"You guess? Never guess. You gotta know. I mean you gotta know what you're
doing. Because if you guess, you're leaving yourself wide open to suggestion.
And that to my mind is what's wrong with this whole country. I mean it's
going straight to hell. Everybody's open to suggestion." - Rory Calhoun as
Earnest Tucker in "Pure Country."
Friday was set
aside for the 90 minute trip down to school. I needed to get the ball rolling
on this associate's degree thing... and I wanted to see
Alex... and I needed to spend
some time getting the school paper ready for the fall. I did all three, so
I guess the trip was successful. But as with any good Thomas Fletcher experience,
the trip wasn't without a little drama.
Thursday night, I went with three friends to a minor league baseball game
in Franklin. I napped a bit
on the ride home... but didn't go to bed as soon as I got home... that would
hurt me later on. I crashed about three and woke up about 6:30 for an accident.
The three-and-a-half hours of sleep and the small nap would have to do because
once the accident was taken care of, it was time to head south to school.
I got to school, saw Alex and
got a hug. For a moment, she seemed happy to see me. My soon-to-be Deputy
Editor at the paper,
Jonathan, was there, too.
We sat around the office for an hour or so and talked.
Alex was friendly... and seemed
happy enough. But for some reason, I sensed some sort of distance that she
put between us. This is the way our friendship has always been. One minute
we are operating on the exact same wavelength. We have perfect moments (See
July 5th). It's a beautiful thing. I think
so. She says she thinks so. But then there are times when her unbelievably
large independent streak pops out. And there is this air about her that says,
"I need no one but myself to survive and be happy." For some reason, I was
getting some of those vibes Friday... and they weren't as noticible as the
other times I've seen them in our friendship... but enough to alarm me for
I had made a slight mention to
Alex earlier in the week about
us doing something together. You know, the two of us. But not in a date sort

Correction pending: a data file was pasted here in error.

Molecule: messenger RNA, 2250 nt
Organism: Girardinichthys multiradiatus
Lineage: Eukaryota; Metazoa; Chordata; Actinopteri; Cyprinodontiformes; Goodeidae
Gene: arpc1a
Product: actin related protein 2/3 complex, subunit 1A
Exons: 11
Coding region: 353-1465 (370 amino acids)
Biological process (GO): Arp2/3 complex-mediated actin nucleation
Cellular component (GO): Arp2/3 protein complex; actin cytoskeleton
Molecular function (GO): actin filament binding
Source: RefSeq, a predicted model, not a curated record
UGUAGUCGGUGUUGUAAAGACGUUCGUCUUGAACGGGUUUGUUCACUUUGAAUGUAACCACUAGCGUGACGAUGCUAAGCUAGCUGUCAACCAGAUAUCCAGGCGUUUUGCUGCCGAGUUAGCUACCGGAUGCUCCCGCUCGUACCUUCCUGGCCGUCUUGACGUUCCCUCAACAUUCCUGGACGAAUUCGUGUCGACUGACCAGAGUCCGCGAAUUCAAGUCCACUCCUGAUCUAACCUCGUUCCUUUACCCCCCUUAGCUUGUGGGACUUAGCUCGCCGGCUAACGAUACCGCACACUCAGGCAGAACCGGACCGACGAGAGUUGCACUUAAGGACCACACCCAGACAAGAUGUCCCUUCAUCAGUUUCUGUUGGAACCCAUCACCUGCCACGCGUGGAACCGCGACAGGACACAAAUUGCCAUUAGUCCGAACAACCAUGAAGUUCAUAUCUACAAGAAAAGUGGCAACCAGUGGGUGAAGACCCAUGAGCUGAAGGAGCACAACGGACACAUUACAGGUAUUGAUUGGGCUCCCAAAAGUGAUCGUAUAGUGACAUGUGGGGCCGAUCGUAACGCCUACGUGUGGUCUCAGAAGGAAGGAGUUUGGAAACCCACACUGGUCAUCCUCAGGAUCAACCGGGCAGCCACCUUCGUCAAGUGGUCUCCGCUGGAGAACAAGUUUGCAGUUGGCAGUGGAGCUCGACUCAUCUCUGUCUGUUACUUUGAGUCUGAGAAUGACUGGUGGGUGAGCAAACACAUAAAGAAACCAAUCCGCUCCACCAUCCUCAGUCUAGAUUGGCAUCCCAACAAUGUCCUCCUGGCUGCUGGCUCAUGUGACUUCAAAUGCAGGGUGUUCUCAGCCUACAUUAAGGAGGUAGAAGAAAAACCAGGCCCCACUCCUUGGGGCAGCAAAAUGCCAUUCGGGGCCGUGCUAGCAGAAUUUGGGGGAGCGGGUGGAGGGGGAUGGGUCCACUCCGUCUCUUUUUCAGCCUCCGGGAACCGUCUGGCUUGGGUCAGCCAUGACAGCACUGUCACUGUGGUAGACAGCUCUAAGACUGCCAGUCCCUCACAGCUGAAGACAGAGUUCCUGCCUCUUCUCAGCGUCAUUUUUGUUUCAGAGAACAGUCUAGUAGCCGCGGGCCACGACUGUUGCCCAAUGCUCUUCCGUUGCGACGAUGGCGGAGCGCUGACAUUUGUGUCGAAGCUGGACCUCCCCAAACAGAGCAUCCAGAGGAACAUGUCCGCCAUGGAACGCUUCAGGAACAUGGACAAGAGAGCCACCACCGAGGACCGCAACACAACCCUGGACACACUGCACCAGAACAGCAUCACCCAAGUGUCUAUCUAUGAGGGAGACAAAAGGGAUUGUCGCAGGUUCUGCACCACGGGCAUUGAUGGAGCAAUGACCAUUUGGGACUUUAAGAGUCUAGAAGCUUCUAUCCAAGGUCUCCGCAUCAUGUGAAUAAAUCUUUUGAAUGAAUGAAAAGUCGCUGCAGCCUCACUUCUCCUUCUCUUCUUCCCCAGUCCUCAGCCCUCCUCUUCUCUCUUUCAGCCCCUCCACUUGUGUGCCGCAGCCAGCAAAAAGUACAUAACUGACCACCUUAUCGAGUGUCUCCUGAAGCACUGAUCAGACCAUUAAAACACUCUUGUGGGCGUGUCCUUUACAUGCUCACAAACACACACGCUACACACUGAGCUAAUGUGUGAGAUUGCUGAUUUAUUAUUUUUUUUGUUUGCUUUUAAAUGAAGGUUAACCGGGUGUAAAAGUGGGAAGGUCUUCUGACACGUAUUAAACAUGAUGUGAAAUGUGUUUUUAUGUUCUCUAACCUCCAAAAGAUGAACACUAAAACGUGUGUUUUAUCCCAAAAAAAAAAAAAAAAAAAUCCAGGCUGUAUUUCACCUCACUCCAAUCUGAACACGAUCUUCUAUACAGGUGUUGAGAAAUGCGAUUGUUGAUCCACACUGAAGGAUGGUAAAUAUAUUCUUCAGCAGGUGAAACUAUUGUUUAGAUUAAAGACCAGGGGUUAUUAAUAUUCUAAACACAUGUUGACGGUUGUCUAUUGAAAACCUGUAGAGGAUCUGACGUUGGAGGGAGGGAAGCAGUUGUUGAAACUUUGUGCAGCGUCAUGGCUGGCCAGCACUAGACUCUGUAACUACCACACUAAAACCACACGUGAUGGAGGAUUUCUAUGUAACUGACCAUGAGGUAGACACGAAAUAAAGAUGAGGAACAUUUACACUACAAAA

of way. Afterall, we're just friends. Right? I wanted to see the apparently
cheezy "Autumn in New York." I got the vibe that it would be a good movie
to see with Alex. Afterall, we
had gone to movies together where people die at the end. And we enjoyed them.
(At least I think Wynona Rider dies in the movie -- I haven't seen it yet).
Jonathan, another friend of
ours and I were going out to lunch.
Alex couldn't come, she said.
Why? Well, it seems that she was going shopping and -- yes, you guessed it
-- to see the movie "Autumn in New York" with some family-type people. What
the hell is up with that?
Jonathan and I managed to
rearrange the entire newspaper office. We've had some problems with piss-poor
attitudes from staffers in semesters past. Lazy attitudes. We want to express
to them that things are different. EVERYthing will be different -- even the
furniture. We called up Alex after
her little movie watching and shopping trip and the three of us made plans
to go out and eat.
After Jonathan and I shared
three pitchers of beer during supper, I was even more curious about what
was going on in Alex's head than
before. But I started with the simple stuff. I asked her why she didn't go
to the movie with me. Her response was, "it wasn't a date movie." I replied,
"that's good because it wasn't supposed to be a date. We aren't dating are
we? Do you want to go out on a date?" She said no. She also said she went
to see it because her family-type people paid her way. I told her I would
have been happy to have paid her way... I think good friends can do that
without making it "a date." She wasn't fond of that idea, either. This didn't
make much sense to me. The combination of her words and the vibes I sensed
from her made me think there was something else going on in her head. And
I wanted to figure it out.
I told her that there were two sides of her that I'd seen. One was smart,
warm, beautiful and wonderful... It was the side that showed on July 5th.
I want to bottle that side of her. And then I told her that there is this
other side of her. It is a "I'm happy as can be all by myself and I don't
need anyone else" side. I was honest. I told her that that was the least
desirable side. Her response was, "I'm not here to make Thomas Fletcher happy."
(Yes, she used my full name -- it was like my mother was yelling at me for
something I did wrong or something). I don't think she is supposed to make
me happy... but I don't understand why she bounces around the mood scale.
There is no center point for
Alex. I don't know what normal